Yesterday morning I decided to take a ride to the other side of the ship canal.
I saddled up, crossed the Fremont Bridge, greeted the Troll (he remembered me and asked if I had lost weight … nice guy), cruised Ballard a bit, and then on a whim, decided to head over to the locks.
Now, I’ve passed the Ballard Locks many times from the outside, but I’ve never actually parked and gone inside to see what it was all about.
Because, honestly, I didn’t think it would be very interesting.
I was mistaken.
Note: Keep in mind that the Ballard Locks are actually called the “Hiram M. Chittenden Locks”, but I will use Ballard Locks for the sake of consistency.
When a boat wants to go from Lake Washington/Union to the Puget Sound, it drives to the Ballard Locks, ties up between to sets of gates, and the water within those gates is drained like a bathtub. Once at the bottom, the opposing set of gates is opened and the boat goes on its way. It’s an elevator for boats, if you will.
When the boat wants to return, this process is reversed, with the container filling instead of draining.
Locks are used all over the world for travelling between separate bodies of water, the most famous being the Panama Canal Locks linking the Atlantic and Pacific Oceans.
The Ballard Locks are quite unique, however. They are one of the few locks (only?) in the world that bridge saltwater (the Puget Sound) and freshwater (Lake Washington). In essence, it is a man-made device bridging two separate and unique natural ecosystems.
If you think about it, this is quite a marvel. The human animal can really do incredible things when we put our mind to it.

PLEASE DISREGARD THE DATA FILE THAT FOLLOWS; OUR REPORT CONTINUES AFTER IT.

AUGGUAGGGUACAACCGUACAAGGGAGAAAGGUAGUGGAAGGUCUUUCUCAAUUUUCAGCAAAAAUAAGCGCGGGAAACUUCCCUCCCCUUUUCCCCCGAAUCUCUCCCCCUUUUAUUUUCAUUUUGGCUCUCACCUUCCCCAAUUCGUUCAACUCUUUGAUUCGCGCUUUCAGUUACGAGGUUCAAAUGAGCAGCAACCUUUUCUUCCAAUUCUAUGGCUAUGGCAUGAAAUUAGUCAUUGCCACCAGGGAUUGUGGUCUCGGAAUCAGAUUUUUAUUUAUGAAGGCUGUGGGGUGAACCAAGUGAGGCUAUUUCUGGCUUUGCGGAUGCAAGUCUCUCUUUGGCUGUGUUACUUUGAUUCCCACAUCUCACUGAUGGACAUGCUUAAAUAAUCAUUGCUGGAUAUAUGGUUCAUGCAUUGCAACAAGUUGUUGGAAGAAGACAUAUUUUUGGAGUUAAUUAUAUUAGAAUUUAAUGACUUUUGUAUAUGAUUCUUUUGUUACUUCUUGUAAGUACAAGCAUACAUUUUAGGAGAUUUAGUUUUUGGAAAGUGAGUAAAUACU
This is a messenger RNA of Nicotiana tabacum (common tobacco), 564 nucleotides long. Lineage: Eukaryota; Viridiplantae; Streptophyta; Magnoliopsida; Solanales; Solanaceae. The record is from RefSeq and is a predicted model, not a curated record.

I stood on a small walkway directly over a couple of boats as they were being lowered into the Sound, and I was surprised by just how up-close and personal I could get to the action.
Before yesterday, I had never seen a real, working lock in operation, and watching it with my own two eyes while standing more or less inside of the container was a real learning experience.
After watching two ships get lowered, I walked over the spillway into Magnolia where I was able to observe the fish ladder — another interesting feature of the locks.
The fish ladder is exactly what it sounds like.
Fish swim back and forth between Lake Washington and the Puget Sound to spawn, and just like the boats, they need a way to navigate the elevation differential between these two bodies of water.
Enter the fish “ladder”. A series of stepped water containers that the fish can literally “climb up” in the summer and “climb down” in the winter.
Here again, the fish ladder is unique because it allows fish to cross into completely different aquatic ecoystems (from saltwater to freshwater and back again). There weren’t many fish “climbing” yesterday, but I was told that the ladder really gets busy during spawning season. I am going to go back and watch them when this happens.
Last but not least, the spillway itself (the platform from where the higher fresh water “spills” into the lower saltwater) is a sight to behold. You can stand on a narrow bridge over the spillway and literally watch millions of gallons of water from massive Lake Washington empty over a cliff into the Puget Sound. It’s a mini Niagra Falls that produces a roar and constant mist oddly reminiscent of the Canadian natural wonder.
At the end of my hour visit, I realized that I had underestimated the entertainment and educational value of the Ballard Locks. Visually, they are quite stunning, and this is a great place for families and the intellectually curious to spend an afternoon.
Also, aside from having to pay for parking (which is lame since this is a public park in a uncrowded part of town), the Ballard Locks are also free to visit.
Do yourself a solid and set aside a couple of hours to check it out. I think you’ll be glad you did.
Hiram M. Chittenden Locks
NW 54th St and 32nd Avenue NW